New Sensor Promises to Advance Robot VisionAugust 20, 2013
Pixy is a low-cost smart camera, about half the size of a business card, that is easy to use and can be trained to detect specific objects.
AUSTIN, TX /PRNewswire/ -- Pixy is a small camera about half the size of a business card that can detect objects that you "train" it to detect. Training is accomplished by holding the object in front of Pixy's lens and pressing a button. Pixy then finds objects with similar color signatures using a dedicated dual-core processor that can process images at 50 fps. Pixy can report its findings, which include the sizes and locations of all detected objects, through one of several interfaces: UART serial, SPI, I2C, digital, or analog I/O. Pixy can detect hundreds of objects from seven different color signatures. As part of a Kickstarter campaign, Pixy is available by contributing $59 or more. See the Kickstarter Web site for more information on the Kickstarter campaign, which began on August 15 and ends September 14, 2013.
Pixy is a partnership between Carnegie Mellon University and a small Austin-based company, Charmed Labs LLC (CL). Pixy is the latest version of the CMUcam, a popular line of vision sensors. The goal of Pixy is to provide a smart camera sensor that is easy to use and priced low enough so that it can be used by a wider audience, including educators and hobbyists that currently use microcontrollers such as the popular Arduino. Pixy can connect directly to the Arduino with a simple cable. Since Pixy has its own processor, it does not bog down the Arduino's CPU with processing images. And since Pixy has several communication options, it can talk to practically any microcontroller or even simple devices, such as relays, servos, or lights.
"We tried to make Pixy as easy to use as possible. We think this will make it popular with the robotics and maker communities," Anthony Rowe, CMU faculty member said.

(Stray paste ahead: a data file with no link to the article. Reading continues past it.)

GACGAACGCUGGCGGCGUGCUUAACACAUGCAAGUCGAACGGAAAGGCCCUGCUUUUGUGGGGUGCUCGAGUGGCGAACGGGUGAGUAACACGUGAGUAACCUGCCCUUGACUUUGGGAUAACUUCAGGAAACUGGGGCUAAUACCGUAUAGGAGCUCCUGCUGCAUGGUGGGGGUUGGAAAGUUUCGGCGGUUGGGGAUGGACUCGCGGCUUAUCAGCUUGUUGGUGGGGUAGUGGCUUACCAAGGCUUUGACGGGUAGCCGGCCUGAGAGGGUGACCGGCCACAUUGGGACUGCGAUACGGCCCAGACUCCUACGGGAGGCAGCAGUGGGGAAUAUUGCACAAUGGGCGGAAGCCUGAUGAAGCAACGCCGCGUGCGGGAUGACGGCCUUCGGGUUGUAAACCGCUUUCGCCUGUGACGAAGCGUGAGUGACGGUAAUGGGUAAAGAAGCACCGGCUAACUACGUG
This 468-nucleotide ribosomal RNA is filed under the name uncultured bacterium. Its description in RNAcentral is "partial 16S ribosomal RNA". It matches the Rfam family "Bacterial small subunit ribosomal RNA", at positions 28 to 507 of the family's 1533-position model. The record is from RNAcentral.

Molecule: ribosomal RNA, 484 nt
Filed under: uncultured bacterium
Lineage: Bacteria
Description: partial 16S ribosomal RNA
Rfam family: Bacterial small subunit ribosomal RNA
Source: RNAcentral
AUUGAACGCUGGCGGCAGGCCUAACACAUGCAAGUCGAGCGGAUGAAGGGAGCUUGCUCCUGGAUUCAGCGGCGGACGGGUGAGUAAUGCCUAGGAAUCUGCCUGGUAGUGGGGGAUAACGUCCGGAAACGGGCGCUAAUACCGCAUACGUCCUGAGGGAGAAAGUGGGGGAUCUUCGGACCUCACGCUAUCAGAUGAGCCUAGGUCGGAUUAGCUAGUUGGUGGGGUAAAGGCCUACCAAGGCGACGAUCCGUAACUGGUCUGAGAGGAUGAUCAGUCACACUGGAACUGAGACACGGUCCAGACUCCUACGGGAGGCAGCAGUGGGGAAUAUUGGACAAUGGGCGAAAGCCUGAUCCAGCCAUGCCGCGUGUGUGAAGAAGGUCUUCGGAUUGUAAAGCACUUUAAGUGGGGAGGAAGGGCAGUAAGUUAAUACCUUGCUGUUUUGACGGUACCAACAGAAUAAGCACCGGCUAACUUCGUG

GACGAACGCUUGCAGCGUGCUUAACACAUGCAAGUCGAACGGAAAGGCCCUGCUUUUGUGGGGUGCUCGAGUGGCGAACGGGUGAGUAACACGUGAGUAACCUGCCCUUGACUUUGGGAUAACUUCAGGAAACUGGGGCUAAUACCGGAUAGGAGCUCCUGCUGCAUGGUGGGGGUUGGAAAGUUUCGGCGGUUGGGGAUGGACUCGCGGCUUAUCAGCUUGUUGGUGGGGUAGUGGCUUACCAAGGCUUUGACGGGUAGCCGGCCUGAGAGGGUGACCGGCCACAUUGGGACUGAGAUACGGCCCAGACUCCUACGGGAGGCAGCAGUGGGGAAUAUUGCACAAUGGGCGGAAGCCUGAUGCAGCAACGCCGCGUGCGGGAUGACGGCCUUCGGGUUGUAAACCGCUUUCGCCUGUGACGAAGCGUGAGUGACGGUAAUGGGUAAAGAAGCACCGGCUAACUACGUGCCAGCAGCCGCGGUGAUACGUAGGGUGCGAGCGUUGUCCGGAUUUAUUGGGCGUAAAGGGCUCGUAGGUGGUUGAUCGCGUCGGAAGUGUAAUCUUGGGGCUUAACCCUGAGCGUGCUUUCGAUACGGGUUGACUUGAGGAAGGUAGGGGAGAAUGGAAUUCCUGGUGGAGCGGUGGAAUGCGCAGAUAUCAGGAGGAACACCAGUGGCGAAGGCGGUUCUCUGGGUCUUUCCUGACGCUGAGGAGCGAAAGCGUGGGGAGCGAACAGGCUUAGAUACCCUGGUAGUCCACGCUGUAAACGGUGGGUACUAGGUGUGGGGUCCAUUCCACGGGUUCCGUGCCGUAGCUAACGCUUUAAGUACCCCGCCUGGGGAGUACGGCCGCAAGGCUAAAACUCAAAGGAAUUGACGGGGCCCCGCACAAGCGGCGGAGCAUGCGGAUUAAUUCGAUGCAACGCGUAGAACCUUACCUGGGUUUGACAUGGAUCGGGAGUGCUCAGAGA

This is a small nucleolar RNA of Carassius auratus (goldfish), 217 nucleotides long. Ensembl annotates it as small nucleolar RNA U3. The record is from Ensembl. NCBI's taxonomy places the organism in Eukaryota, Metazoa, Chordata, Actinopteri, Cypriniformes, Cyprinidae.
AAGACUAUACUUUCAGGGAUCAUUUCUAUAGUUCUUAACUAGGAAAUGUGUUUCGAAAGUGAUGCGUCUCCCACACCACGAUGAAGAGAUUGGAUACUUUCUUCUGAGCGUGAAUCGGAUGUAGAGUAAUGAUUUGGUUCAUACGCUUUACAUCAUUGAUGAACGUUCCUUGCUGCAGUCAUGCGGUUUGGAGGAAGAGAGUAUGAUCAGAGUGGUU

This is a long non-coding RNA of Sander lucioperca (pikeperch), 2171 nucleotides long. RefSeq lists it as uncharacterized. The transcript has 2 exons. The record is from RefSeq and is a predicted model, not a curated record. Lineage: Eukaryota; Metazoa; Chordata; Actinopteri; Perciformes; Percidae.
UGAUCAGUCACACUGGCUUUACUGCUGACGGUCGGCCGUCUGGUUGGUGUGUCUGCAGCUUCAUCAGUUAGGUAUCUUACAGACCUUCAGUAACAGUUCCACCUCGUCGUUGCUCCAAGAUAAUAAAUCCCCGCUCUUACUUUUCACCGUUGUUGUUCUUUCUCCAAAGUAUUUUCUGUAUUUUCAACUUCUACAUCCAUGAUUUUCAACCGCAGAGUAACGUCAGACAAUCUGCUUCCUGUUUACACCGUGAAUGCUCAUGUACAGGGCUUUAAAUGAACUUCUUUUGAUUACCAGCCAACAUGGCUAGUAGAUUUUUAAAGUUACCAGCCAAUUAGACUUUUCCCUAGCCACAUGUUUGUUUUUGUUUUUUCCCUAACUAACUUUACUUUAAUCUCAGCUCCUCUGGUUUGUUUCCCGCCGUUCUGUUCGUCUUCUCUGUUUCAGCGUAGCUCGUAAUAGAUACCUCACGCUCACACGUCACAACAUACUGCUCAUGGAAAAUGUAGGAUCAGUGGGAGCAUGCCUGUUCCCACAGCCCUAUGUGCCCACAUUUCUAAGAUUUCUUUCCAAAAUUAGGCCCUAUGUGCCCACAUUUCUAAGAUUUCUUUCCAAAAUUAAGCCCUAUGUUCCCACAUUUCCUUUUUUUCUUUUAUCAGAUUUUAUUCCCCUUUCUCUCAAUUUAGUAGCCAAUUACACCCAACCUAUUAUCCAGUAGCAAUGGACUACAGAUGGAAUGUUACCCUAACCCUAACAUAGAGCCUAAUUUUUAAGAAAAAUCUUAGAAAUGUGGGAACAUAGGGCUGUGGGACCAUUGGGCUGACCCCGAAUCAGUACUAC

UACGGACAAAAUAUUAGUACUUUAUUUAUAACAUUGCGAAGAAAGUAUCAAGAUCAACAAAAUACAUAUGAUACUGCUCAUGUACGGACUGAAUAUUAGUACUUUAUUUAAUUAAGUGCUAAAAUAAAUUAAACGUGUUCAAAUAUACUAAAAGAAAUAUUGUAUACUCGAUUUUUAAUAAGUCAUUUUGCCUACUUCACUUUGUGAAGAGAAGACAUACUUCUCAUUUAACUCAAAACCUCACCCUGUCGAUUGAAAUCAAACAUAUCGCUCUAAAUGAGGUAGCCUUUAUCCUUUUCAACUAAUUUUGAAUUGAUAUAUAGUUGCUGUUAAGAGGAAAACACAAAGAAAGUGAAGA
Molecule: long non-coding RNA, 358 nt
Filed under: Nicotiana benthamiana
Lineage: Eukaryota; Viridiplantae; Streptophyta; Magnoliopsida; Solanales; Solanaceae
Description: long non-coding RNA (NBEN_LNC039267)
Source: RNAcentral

"We've opened up the design by using the open source hardware licensing model. You get source code, schematics, board layouts, everything," said Rich LeGrand, Charmed Labs President. Use of the open source hardware licensing has been growing in the field of DIY robotics. "We expect almost everyone to use Pixy as-is, but we also hope that by opening up the design, others will be able to easily build on Pixy for their application," he added.
About Carnegie Mellon
Charmed Labs LLC (CL) is a small company in Austin, TX, that focuses on providing advanced embedded solutions for educational use. Previous partnerships between CMU and Charmed Labs include the GigaPan robotic camera mount
Carnegie Mellon University is a private research university, with a distinctive mix of programs in engineering, computer science, robotics, business, public policy, fine arts, and the humanities. More than 10,000 undergraduate and graduate students receive an education characterized by its focus on creating and implementing solutions for real problems, interdisciplinary collaboration, and innovation.
About Carnegie Mellon
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